For one, head coach Chot Reyes has yet to announce the Final 12, which is just one of the things that the squad needs to figure out before flying out tomorrow. How they address the following issues will determine the national team's look and outlook of its campaign:
Who makes the cut?
Likely to get cut: injured Terrence Romeo (if he doesn't get back to 100%), Kevin Alas (because he isn't better defensively than Roger Pogoy or Allein Maliksi), Mac Belo (who hasn't been same since return from knee setback), and Carl Bryan Cruz (odd man out in a big and/or athletic frontcourt). A couple of unpopular omissions would be Gabe Norwood (due to age) and Calvin Abueva (shooting, deja vu).
Will Blatche be a boon or a bane?
Three years ago, the NBA veteran led Gilas to its first World Cup win in 40 years, posting averages of 21.2 points, 13.8 rebounds, and 1.6 steals in five games. Three months ago, the national team fared well in the Asia Cup—swept the preliminaries before finishing seventh—with naturalized player Christian Standhardinger. Chot said Andray "is in pretty good shape," so it will be interesting to see his fit with the new system.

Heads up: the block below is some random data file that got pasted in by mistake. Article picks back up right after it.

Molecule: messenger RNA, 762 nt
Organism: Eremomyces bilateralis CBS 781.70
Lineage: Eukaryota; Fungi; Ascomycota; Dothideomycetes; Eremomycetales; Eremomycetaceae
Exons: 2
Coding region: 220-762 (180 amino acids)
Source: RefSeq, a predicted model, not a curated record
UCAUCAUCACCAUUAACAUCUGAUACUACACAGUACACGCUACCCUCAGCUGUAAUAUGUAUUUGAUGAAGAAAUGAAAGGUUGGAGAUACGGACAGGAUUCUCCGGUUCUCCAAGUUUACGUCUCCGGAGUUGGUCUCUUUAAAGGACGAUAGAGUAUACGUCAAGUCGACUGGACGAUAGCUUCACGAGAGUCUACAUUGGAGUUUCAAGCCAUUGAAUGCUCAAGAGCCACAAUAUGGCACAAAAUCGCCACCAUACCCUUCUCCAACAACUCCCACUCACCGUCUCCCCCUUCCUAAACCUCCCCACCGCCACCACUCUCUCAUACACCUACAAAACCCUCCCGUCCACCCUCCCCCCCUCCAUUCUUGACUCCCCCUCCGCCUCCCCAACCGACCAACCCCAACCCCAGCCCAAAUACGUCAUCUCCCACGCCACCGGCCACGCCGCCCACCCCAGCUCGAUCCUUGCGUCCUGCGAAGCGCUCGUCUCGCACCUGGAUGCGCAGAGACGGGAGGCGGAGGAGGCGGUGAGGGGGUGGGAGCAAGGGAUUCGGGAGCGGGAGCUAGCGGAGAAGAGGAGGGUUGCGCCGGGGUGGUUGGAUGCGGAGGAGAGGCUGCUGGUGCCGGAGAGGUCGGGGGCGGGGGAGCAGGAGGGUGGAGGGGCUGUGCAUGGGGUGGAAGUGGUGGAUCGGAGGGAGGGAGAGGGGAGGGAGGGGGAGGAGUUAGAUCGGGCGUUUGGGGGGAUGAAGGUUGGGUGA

Who will be Romeo's replacement?
Designated shooter Matthew Wright and wily point Jayson Castro are the first names that come to mind, but neither is a natural-born scorer like Terrence. Korea almost learned that the hard way in August. Pogoy and Maliksi will have big shoes to fill in the event that the explosive combo guard misses the tournament. Although what those two lack in offensive consistency, they can compensate on the other side of the ball.
Will we bring out the brooms?
Blatche eager to sweep Japan (despite its homecourt advantage), then Chinese Taipei (match to be held at the Smart Araneta Coliseum) is a good sign, though easier said than done due to both teams having tenured imports (Ira Brown and Quincy Davis, respectively). The momentum from a pair of victories will be crucial for Gilas against 2017 FIBA Asia Cup champions Australia, which has nine players coming back.